The impact of Eurovision on Liverpool’s Visitor Economy Sector

A large stage on Liverpool Pier Head with the backdrop of the Royal Liver Building lit up blue and yellow. From the stage is a large cloud of confetti and a big crowd watching on. It is night-time.

Director of Marketing Liverpool, Chris Brown, reflects on the success of Eurovision on Liverpool’s Visitor Economy


As we reflect on a hugely successful Eurovision that Liverpool hosted on behalf of Ukraine, it is right that we reflect upon the input and support of the hospitality, culture and tourism sector who played a major role in the preparations and delivery of the event. 

From the very start, team Liverpool pulled together to make it all a success. When we needed to have 55,000 room nights on hold at agreed room rates for the Eurovision bid, the hoteliers made it happen. When we were planning how to welcome the thousands of international visitors to the city our travel partners went above and beyond. And when it came to Liverpool’s famous hospitality, our partners across bars, restaurants and attractions provided the best experience for our visitors. The whole sector has really raised the bar.

Not only in Liverpool has this happened, but right across Liverpool City Region, demonstrating the brilliant collaboration we are capable of as a region.  

Within this we cannot forget the amazing work undertaken by our colleagues at ACC Liverpool. The team there moved mountains during the bid process to make sure bringing Eurovision to Liverpool was possible, they also delivered  the most exceptional experience for those fortuitous enough to have a ticket to any of the nine shows. And didn’t it  look brilliant on TV!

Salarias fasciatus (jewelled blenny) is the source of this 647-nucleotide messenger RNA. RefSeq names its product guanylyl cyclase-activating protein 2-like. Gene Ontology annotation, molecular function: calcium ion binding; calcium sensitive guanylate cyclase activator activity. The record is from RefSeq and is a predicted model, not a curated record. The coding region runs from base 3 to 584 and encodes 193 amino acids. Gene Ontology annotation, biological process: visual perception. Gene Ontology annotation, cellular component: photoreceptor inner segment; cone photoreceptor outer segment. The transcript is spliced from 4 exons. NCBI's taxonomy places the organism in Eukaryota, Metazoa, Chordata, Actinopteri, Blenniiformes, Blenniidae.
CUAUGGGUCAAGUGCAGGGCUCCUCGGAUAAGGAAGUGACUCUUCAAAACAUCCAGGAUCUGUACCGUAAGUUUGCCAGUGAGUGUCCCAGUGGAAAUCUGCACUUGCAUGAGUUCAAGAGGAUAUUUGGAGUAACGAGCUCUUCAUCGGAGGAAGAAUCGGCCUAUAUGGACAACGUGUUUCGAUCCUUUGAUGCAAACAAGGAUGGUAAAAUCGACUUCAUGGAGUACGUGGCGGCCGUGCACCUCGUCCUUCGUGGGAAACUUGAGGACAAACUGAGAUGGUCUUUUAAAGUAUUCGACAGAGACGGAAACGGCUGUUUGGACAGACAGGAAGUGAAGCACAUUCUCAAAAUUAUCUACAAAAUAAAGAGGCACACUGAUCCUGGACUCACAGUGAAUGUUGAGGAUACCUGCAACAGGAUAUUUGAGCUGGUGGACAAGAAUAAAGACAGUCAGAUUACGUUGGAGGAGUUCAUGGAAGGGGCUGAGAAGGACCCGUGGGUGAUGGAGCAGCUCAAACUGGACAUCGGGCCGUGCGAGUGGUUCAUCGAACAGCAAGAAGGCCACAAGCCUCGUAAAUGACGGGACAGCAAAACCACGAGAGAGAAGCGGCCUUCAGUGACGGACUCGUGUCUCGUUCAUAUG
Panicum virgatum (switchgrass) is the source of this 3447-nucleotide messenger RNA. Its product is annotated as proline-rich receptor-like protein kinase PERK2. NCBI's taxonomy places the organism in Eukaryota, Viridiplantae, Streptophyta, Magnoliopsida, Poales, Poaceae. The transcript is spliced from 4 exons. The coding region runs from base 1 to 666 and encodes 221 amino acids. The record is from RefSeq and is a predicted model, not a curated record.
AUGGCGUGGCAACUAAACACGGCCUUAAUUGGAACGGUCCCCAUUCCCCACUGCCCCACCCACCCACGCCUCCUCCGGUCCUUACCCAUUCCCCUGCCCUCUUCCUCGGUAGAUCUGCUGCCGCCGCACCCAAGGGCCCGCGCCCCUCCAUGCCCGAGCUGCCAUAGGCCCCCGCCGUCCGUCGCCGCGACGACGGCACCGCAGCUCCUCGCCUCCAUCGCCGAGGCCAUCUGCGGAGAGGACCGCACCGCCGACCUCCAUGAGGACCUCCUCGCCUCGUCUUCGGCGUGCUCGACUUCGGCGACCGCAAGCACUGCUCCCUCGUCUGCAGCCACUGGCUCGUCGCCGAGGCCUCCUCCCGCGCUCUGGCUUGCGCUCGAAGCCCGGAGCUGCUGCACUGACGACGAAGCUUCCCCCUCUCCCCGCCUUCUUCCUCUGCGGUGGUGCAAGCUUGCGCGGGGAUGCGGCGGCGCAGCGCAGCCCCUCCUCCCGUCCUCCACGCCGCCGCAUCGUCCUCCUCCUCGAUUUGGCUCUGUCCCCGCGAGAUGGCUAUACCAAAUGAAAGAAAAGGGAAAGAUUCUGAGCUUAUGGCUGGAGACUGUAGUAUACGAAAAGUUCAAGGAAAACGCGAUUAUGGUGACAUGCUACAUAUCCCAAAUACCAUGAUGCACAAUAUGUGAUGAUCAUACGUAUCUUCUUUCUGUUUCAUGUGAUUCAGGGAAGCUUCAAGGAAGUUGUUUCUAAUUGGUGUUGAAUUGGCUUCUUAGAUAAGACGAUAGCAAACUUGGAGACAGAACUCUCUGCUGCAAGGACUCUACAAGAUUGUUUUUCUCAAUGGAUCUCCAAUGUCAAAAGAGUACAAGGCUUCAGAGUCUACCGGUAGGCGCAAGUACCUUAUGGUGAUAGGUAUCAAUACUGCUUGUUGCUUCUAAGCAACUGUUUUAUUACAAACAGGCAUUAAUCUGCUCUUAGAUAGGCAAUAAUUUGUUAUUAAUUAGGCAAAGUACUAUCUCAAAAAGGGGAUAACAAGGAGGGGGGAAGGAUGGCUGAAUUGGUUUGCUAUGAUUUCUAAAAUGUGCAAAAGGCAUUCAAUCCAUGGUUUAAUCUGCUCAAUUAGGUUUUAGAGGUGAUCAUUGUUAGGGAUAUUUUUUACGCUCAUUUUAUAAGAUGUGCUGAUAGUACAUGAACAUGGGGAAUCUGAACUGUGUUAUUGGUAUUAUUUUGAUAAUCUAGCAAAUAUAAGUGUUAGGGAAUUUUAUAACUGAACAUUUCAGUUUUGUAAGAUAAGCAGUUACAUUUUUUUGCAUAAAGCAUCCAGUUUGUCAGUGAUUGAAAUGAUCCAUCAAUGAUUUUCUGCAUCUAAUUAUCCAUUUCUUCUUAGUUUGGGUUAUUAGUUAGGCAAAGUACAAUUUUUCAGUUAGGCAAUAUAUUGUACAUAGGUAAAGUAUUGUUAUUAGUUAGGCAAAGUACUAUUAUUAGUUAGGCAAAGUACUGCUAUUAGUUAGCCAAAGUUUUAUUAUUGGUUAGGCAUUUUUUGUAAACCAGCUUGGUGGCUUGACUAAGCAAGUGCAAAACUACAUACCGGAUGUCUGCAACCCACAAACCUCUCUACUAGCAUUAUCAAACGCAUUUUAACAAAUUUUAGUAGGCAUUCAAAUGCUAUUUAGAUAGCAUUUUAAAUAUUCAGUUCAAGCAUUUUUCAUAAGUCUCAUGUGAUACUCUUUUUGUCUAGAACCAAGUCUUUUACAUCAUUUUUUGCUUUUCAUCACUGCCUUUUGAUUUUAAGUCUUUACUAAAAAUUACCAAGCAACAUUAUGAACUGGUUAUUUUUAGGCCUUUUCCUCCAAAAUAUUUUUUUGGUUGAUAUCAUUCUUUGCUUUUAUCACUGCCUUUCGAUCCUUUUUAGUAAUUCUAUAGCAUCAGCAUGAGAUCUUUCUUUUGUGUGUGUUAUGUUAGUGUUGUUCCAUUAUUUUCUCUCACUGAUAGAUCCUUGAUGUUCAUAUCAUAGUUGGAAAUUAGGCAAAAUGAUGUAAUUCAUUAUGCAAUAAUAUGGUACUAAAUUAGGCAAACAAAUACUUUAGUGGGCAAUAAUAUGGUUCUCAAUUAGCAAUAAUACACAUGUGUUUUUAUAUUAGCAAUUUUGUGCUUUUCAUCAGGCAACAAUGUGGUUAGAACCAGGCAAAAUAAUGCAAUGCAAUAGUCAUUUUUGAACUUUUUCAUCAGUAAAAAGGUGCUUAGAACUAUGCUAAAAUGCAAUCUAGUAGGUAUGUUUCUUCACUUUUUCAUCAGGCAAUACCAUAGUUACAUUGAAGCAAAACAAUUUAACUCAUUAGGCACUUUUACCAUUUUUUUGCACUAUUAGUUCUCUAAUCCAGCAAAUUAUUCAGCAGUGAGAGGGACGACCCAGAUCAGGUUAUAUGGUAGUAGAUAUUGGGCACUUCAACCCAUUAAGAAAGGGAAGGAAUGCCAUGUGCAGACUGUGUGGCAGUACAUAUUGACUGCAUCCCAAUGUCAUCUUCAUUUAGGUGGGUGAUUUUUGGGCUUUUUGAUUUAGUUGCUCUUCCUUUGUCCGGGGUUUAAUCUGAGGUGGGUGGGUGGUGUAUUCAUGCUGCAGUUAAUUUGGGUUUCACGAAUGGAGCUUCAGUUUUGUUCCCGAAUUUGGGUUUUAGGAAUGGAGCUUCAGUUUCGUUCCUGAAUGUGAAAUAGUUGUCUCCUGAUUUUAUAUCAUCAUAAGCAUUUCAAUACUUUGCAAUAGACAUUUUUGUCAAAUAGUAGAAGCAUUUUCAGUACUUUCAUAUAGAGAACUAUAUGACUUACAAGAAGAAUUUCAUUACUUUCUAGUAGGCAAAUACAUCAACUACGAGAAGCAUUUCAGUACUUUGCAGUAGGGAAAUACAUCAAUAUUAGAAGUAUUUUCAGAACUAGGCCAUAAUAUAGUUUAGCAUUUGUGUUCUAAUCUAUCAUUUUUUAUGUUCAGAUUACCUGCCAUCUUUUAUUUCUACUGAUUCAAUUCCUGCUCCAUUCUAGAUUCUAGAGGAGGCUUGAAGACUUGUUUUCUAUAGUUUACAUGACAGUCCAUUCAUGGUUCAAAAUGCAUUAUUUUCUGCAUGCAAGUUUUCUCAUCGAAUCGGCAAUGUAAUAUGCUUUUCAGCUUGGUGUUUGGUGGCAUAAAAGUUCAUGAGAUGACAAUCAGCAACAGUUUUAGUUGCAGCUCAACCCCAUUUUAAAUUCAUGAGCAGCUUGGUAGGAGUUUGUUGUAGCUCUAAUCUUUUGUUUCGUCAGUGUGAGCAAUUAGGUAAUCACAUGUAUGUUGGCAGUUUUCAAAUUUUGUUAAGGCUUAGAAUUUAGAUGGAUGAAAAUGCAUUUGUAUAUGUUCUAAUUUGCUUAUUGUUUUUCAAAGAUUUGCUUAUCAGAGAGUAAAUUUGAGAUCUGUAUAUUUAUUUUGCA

We should remember that going into Eurovision, we had a sector that was and still is going through difficult times due to the soaring costs of energy and utility bills. Hopefully many of them will have had a huge boost over the Eurovision period that will help them going forward.

 Since COVID we have had to rely heavily on the domestic market so the huge influx of European and international visitors, supported by extraordinary levels of media coverage from the global press, will help reignite those markets. This will not only give us a huge boost over the summer but in years to come. Business tourism is also a huge part of our business mix so the success of ACC will no doubt see a huge increase in enquiries for them too. 

The close working relationship that we have – and had – all through Eurovision with colleagues at VisitBritain and VisitEngland will I’m sure also provide a great legacy for Liverpool and the wider city region.   

The legacy of Eurovision is where we need to now focus to ensure that we maximise the impact from an event that will, in time I think, be even greater than what was achieved in 2008. And we will start that by capitalising on the great music and cultural offer of the city and wider region.   

There will be areas of discussion going forward about accommodation, particularly around pricing within the private rented sector, and how we can as a country deliver better regional rail transport to the same level as our city region was able to do. But for now the visitor economy sector and all its staff should be incredibly proud of their contribution to what has been an incredible Eurovision experience.